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Kunama 1961


Literary Section / Thread of Life


He pulled exultantly on his rope, feeling that this was supreme moment of his life. The December sky was the highest azure with streaming clouds being scudded across the blue by a fresh breeze. He looked up. Seagulls circled incessantly around the grey crag above, and called to him there in their revelry. He looked down. Far below him, in a remote and distant world, blue rivers laced the hazy green panorama. His heart seemed to swell within him until he was enveloped in happiness.

He looked up again, into the clear sky and noticed that his rope was taut against a jagged outcrop about fifty feet above. He gave his rope an expert flick and watched the spiral curve swing upwards but the rope did not move. Smiling he threw again. Once more there was not enough power in his thrust.

He smiled and decided to climb higher before trying again. Then he saw that the rope was fraying. Fragments of fibre floated gently earthwards past him. The smile died on his lips. The climber gave his rope a vigorous tug. The result, nothing. He began to sweat and to creep stealthily up the rope, as if he thought his weight would be decreased by this. He saw the vital strands barely twenty feet from him, parting one by one against the cruel edge of the rock. The birds were silent. He looked momentarily down into the hazy beauty below while his hands were wet from perspiration.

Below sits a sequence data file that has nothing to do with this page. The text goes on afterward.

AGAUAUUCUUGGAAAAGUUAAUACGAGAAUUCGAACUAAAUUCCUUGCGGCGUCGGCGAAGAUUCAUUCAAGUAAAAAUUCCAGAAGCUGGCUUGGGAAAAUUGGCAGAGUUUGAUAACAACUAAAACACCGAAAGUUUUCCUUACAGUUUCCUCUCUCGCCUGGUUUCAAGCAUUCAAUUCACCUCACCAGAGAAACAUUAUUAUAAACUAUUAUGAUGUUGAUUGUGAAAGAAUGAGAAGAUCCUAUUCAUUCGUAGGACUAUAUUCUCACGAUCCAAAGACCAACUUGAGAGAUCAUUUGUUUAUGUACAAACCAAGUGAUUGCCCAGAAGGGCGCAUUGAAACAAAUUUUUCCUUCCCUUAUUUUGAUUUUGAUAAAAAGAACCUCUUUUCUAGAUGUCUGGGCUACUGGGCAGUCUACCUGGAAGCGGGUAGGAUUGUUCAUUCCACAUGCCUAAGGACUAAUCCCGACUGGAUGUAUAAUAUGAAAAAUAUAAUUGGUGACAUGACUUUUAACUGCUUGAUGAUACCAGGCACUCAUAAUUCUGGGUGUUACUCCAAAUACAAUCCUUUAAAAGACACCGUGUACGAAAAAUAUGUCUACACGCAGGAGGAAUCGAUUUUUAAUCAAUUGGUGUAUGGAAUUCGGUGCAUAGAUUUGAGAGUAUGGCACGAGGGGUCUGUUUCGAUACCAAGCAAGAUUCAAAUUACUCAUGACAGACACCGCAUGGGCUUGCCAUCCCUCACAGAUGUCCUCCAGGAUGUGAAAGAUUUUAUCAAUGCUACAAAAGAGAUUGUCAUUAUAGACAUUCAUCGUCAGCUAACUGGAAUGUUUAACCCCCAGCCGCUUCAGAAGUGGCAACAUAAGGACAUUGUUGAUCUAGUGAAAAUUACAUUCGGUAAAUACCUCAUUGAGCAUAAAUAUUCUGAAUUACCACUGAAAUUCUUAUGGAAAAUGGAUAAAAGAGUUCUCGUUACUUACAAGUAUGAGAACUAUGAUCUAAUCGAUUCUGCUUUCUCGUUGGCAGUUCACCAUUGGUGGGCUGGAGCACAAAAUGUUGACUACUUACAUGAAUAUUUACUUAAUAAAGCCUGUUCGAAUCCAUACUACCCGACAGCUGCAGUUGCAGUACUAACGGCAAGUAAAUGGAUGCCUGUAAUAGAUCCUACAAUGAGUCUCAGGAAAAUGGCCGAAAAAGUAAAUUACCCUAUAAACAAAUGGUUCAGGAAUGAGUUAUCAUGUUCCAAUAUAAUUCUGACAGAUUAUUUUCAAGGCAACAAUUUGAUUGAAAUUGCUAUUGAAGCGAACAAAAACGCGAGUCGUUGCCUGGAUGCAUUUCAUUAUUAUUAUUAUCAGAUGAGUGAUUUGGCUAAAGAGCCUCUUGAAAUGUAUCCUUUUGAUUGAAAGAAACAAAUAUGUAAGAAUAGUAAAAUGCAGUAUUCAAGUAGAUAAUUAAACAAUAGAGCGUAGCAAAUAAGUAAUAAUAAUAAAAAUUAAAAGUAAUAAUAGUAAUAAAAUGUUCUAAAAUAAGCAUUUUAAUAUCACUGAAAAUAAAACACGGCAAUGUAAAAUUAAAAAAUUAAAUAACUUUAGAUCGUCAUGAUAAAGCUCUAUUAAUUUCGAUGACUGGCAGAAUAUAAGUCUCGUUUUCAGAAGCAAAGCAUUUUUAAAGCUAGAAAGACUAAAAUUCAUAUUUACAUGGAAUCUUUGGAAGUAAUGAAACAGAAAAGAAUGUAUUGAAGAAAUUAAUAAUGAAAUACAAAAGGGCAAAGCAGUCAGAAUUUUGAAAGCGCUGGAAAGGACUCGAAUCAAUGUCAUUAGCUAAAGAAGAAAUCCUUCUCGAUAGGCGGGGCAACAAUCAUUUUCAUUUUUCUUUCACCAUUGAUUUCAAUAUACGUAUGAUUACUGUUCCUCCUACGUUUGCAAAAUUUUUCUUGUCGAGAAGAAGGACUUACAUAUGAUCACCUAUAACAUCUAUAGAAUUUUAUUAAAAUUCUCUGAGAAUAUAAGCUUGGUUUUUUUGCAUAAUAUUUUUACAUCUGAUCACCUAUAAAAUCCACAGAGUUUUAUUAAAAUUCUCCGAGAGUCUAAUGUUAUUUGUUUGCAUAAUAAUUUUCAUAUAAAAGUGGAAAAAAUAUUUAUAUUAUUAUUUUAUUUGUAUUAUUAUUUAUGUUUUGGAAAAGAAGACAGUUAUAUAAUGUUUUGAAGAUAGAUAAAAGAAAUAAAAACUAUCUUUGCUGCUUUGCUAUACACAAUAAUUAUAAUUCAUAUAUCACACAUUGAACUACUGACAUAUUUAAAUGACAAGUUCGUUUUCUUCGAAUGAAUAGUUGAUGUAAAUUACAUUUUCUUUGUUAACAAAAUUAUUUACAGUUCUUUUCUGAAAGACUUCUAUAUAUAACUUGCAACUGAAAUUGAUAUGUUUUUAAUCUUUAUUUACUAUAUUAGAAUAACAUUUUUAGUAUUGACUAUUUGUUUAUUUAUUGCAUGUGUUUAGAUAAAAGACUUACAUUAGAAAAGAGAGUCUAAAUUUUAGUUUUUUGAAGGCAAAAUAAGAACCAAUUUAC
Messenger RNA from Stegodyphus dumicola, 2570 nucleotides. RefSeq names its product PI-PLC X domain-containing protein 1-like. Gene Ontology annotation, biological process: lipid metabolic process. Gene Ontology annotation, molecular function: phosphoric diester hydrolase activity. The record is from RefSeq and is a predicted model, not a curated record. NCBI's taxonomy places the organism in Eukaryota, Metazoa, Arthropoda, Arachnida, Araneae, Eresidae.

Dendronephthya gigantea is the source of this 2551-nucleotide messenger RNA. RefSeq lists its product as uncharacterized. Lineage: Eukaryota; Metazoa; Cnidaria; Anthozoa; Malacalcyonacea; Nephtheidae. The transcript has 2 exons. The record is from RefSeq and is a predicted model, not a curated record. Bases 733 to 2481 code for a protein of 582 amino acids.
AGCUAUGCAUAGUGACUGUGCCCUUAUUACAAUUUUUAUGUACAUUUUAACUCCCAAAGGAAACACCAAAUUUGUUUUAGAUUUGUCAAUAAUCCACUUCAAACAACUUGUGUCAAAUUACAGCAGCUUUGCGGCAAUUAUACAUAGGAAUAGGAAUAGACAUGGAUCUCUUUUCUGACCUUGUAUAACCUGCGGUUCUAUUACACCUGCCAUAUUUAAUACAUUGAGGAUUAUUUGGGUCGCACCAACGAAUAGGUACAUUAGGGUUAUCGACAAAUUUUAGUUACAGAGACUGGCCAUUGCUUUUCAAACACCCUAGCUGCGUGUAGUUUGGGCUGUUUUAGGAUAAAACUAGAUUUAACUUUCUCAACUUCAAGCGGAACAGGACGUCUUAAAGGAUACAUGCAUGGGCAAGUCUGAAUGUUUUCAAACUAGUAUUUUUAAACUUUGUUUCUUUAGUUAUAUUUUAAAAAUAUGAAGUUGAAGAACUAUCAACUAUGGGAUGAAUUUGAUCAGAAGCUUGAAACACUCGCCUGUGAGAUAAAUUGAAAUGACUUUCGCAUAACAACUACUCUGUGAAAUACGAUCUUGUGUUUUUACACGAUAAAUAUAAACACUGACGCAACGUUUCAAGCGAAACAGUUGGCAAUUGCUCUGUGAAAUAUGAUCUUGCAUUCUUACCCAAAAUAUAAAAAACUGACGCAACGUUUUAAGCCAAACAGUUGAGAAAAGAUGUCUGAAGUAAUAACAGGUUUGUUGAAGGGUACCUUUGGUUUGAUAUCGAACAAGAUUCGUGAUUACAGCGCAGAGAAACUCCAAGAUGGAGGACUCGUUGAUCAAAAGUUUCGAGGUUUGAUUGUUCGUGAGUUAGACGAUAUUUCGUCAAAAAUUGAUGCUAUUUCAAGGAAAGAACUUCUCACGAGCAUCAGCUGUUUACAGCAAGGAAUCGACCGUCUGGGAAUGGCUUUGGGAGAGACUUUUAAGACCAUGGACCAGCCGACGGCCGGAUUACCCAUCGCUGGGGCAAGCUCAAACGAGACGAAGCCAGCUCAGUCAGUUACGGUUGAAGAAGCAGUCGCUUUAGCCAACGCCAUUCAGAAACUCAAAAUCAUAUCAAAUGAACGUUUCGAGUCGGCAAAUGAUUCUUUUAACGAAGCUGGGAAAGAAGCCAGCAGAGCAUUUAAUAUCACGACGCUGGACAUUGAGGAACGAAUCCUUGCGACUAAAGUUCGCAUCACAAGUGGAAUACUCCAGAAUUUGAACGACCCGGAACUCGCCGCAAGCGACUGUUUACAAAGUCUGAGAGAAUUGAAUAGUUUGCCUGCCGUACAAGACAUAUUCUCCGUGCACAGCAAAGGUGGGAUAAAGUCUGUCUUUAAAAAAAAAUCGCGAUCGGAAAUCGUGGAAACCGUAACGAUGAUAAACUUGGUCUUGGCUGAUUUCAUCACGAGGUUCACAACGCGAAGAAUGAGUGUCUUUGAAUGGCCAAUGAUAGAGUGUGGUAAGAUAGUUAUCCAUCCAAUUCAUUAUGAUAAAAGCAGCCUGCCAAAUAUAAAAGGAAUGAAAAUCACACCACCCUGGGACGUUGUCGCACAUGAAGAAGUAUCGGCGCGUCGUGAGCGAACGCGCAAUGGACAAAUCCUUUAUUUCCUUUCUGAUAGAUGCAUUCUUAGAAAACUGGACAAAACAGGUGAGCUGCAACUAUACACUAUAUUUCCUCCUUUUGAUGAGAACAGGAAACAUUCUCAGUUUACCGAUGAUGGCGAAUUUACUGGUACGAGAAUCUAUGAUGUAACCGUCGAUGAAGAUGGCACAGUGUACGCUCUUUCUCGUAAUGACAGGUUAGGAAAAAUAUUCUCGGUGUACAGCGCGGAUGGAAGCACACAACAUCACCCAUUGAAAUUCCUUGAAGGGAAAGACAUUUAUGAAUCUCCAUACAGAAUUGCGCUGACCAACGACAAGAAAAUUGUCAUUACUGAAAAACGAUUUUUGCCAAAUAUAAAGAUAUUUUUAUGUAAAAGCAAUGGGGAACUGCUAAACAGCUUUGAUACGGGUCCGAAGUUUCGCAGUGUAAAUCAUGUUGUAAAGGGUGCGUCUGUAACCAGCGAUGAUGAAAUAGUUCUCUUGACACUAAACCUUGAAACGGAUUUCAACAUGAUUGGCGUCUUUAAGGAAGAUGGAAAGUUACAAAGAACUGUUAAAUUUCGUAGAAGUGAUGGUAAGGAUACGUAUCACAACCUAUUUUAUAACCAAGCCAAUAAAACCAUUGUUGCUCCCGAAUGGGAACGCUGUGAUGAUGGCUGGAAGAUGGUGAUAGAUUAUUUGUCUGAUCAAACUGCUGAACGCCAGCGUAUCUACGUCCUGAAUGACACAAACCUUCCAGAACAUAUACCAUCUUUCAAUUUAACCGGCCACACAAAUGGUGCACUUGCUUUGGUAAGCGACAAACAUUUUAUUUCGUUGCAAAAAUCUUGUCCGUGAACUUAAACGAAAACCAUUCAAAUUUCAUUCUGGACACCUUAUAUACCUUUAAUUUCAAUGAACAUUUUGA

Even while he was praying he imagined how foolish he must have looked from a distance - a tiny black speck dangling in the air, with only a rope between this world and the next and that rove was weakening!

Now he was only ten feet from the rock, but he saw that the rope was nearly in two. Another, second and it would be gone. He made his last effort. Driving his feet hard into the rock face he leapt upwards. His hand clutched at the rope - was it above or below the break? Through hazy eyes he saw the rope part beneath his wrist. The birds cried above in appreciation of his effort. Sweat matted his hair and clamped his shirt to his body. With quivering muscles he hauled himself up against the rock. He was safe. He paused for a minute and hung limply on the rope of life.

Now he was off again, climbing fast and vigorously and shaking the sweat from his brow, he knew that he cheated death. The gulls agreed and wheeled gracefully in the sun, their harsh cries exultant.

TONY SKINNER, 5B


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